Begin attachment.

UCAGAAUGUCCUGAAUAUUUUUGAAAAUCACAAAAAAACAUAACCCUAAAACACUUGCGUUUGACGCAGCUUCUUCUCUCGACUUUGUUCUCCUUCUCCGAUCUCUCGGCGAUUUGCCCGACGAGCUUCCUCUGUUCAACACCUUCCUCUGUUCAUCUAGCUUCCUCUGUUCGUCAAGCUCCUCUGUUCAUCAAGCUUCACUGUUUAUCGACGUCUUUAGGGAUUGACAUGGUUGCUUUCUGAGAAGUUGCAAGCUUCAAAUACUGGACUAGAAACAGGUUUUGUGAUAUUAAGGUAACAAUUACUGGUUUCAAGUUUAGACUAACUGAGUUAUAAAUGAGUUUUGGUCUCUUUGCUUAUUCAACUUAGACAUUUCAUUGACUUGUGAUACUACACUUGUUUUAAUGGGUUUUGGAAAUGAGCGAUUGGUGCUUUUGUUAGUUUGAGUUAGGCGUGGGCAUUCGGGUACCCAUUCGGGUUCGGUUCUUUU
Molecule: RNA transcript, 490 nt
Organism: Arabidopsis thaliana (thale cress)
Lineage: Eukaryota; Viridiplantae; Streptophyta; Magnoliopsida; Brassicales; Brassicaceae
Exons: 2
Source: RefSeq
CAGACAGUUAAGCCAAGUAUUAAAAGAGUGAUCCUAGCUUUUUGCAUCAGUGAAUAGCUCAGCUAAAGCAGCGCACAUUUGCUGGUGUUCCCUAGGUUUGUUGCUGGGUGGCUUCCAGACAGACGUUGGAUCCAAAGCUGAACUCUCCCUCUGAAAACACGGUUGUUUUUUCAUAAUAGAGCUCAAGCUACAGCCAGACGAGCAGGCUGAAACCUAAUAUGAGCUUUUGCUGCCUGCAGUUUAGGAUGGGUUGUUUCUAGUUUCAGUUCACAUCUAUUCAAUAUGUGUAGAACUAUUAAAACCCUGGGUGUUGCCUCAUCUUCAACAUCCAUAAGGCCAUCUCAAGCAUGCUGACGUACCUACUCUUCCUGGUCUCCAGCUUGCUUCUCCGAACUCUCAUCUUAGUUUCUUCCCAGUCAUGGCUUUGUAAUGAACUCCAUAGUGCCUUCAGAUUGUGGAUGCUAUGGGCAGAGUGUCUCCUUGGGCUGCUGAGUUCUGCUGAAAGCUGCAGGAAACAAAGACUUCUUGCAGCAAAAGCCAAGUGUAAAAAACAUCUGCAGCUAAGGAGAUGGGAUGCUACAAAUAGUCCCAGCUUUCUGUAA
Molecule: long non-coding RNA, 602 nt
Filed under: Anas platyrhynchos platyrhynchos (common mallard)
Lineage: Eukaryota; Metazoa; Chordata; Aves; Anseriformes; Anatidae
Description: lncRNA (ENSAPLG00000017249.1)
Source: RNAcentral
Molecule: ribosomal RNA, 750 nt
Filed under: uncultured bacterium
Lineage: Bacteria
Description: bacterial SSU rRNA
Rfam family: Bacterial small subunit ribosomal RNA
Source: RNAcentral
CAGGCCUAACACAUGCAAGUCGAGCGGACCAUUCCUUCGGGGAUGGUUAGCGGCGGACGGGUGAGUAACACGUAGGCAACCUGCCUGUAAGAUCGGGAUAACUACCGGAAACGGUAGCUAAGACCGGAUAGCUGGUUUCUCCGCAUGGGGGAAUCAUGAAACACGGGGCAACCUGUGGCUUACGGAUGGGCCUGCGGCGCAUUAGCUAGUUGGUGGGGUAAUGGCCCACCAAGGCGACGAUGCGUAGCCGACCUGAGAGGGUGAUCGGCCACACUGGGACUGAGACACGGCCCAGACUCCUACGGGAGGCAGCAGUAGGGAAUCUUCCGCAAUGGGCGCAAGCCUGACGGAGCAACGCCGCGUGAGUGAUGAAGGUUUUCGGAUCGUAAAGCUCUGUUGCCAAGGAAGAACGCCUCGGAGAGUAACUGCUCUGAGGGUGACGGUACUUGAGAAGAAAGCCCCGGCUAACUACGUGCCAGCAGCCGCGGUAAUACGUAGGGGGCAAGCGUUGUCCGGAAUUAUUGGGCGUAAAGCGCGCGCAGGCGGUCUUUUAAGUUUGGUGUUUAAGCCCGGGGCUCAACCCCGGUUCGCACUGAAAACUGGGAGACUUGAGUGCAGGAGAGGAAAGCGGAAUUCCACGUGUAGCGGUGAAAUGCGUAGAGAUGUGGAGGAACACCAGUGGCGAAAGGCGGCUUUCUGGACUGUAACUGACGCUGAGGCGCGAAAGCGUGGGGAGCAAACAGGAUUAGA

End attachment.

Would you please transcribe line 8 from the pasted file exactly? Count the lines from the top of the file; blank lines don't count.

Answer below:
Molecule: long non-coding RNA, 602 nt